How to be safe on the Internet?

By pioneerx01
Dec 17, 2010
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  1. I am "go to guy" for IT for a family who has recently bought new computer about year ago. I have went over there to set it up, installed AVG and Malwarebites, but they keep getting viruses. They just called for third time this year that they are getting all sorts of messages from software I haven't heard of.

    They always end up with bad software on their PC. I am about to have the "being save on internet" speech. I am relatively sure that they install or click on stuff on websites I am sure they should not be on.

    I have AVG and Malwarebites on all my PC's and I have not have a virus/spyware or any other,malware for almost 5-years.

    How can I make sure they don't get more crap on the PC?
  2. captaincranky

    captaincranky TechSpot Addict Posts: 10,541   +859

    If you have AVG and Malwarebytes installed, then the family is simply stupid or careless if they keep getting viruses and such. I suspect that there's P2P software installed on the machine, with the lure of no cost whatever supplying the malware.

    And don't get me started about Facebook.

    They don't need more software, they need to be given a reality check, and training.
  3. pioneerx01

    pioneerx01 TechSpot Maniac Topic Starter Posts: 345

    Yeah face-book, that is Pandora box with me too... I don't think they have it.

    There is no P2P that I can see on the PC, plus I do not think they know how to use such things.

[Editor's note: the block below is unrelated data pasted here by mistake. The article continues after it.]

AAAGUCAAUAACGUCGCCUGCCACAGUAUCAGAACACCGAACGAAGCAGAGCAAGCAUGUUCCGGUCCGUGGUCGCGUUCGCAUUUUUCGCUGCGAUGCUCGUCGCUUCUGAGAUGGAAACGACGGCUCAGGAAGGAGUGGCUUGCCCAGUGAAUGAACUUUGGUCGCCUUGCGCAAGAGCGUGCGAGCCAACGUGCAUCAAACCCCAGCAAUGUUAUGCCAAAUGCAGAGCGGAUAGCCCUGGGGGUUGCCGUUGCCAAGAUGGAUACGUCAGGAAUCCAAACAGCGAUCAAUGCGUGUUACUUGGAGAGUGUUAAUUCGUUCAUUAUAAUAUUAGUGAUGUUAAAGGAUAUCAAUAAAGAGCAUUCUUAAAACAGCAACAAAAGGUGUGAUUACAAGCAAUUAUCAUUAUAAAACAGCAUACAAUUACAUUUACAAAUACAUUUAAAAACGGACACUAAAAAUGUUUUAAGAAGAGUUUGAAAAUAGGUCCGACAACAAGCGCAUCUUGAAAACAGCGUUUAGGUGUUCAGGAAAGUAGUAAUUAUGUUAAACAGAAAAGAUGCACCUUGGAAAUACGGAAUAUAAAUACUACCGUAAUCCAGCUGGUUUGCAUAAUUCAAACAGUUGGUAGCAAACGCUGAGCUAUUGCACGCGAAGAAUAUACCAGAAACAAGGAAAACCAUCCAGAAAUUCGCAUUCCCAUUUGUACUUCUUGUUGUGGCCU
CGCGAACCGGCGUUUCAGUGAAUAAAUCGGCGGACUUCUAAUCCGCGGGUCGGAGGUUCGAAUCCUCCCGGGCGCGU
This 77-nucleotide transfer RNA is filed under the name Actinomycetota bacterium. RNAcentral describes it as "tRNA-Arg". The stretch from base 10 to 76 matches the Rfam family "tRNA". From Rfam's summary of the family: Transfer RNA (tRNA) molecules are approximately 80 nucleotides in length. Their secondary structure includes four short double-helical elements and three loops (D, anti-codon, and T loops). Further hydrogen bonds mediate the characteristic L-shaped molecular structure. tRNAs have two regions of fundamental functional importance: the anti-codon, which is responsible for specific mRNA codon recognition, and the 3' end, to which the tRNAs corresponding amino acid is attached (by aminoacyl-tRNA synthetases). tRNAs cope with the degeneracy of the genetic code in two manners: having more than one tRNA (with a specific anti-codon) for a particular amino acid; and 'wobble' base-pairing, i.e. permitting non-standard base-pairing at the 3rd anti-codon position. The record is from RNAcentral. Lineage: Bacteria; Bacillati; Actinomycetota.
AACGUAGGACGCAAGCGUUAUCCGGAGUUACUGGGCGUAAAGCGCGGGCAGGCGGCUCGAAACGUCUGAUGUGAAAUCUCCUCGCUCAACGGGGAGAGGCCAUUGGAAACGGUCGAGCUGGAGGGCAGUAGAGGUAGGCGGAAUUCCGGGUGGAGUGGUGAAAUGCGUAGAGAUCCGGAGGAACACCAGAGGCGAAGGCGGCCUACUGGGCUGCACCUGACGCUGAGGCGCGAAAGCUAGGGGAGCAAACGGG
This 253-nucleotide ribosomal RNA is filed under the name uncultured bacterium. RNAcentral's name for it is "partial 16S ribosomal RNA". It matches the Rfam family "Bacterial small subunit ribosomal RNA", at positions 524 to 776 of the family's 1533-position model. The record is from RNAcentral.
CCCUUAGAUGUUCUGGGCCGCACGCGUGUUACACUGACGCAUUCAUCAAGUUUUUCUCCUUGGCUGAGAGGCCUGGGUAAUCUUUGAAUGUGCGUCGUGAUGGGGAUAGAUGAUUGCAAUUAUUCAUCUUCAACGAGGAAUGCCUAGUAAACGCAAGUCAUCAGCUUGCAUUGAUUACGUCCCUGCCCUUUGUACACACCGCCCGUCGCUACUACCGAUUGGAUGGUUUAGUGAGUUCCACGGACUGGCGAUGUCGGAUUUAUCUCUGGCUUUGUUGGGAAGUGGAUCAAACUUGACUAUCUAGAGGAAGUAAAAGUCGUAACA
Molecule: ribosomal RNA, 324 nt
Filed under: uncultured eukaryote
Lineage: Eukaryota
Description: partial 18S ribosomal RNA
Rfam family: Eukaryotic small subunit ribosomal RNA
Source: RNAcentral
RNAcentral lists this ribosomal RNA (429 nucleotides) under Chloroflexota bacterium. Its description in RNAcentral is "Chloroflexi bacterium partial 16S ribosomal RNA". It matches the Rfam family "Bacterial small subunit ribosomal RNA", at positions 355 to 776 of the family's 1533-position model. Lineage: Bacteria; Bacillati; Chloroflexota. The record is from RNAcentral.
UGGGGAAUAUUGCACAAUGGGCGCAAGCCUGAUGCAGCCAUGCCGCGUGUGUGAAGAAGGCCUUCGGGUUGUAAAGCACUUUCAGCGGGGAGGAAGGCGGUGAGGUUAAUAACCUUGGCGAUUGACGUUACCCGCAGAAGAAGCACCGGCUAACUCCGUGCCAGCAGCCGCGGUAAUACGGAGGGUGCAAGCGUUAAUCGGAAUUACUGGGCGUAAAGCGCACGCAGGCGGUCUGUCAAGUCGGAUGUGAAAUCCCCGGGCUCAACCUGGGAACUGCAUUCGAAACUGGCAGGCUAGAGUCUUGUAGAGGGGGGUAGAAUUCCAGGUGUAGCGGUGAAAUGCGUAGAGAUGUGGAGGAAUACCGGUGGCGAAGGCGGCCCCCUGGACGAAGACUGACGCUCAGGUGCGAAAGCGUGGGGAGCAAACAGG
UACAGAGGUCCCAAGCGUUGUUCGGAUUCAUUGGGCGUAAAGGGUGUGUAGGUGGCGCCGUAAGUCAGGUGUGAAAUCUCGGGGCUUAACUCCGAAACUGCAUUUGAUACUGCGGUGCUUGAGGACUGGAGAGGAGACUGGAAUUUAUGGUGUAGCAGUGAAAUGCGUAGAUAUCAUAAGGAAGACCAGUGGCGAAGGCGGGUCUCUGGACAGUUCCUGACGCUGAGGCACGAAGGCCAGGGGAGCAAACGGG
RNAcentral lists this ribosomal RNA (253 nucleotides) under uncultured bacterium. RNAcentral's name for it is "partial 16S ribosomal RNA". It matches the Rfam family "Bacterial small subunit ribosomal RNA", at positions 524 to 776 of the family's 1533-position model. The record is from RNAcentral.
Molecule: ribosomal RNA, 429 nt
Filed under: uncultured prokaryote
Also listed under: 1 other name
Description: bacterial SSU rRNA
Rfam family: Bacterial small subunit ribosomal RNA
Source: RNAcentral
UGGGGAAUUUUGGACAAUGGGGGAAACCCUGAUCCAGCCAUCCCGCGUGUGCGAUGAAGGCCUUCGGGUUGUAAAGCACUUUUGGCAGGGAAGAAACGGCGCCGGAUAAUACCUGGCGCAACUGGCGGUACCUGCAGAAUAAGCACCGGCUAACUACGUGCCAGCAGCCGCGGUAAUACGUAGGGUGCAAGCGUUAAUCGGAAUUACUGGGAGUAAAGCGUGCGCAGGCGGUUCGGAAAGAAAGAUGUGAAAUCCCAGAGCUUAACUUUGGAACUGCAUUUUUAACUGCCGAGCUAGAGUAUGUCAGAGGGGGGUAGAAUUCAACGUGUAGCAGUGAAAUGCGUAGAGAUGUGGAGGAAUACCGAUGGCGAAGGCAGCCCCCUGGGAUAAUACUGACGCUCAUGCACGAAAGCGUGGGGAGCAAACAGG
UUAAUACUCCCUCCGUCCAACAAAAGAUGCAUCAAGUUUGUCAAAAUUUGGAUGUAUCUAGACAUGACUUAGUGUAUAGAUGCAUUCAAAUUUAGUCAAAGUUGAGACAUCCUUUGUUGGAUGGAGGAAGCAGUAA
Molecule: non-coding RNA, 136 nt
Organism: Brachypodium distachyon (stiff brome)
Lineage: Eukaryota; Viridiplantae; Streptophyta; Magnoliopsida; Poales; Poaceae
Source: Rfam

The wife does play a lot of "small" games. I suspect that wherever she is getting them from is causing issues...

    Any thoughts? Is there a "safe" alternative I can recommend?
  4. captaincranky

    captaincranky TechSpot Addict Posts: 10,541   +859

    I have the AVG free, I download porn all day with it...! (?) I don't have these problems.

    The other thing I'd suggest is moving them to Firefox, and installing the "NoScript" extension. Then a training session with that. If nobody can run cross site script on you, or talk you into installing Active X controls, that should help some. Make sure the browser pop-up blocker is configured properly, although I suspect this crew wants the pop-ups.

    "NoScrip" really cripples the browser, at least until you get the hang of just approving scripts that are necessary, and learning how to avoid the crap that is only going to set tracking cookies. (DoubleClick.net, Googleanalytics, are no-nos, to name two).

    Spybot SD1.6 has a variation of the "windows hosts file", ("immunization") which will prevent bad, (if known), pages from loading.

    Other than that, I'm not aware of a way of making a computer "***** proof", other than changing the operator.
  5. bobcat

    bobcat TechSpot Paladin Posts: 688   +67

    From what I’ve read, and as you seem to suspect yourself, the old adage applies:

    Most of the time the problem with a computer is in front of it!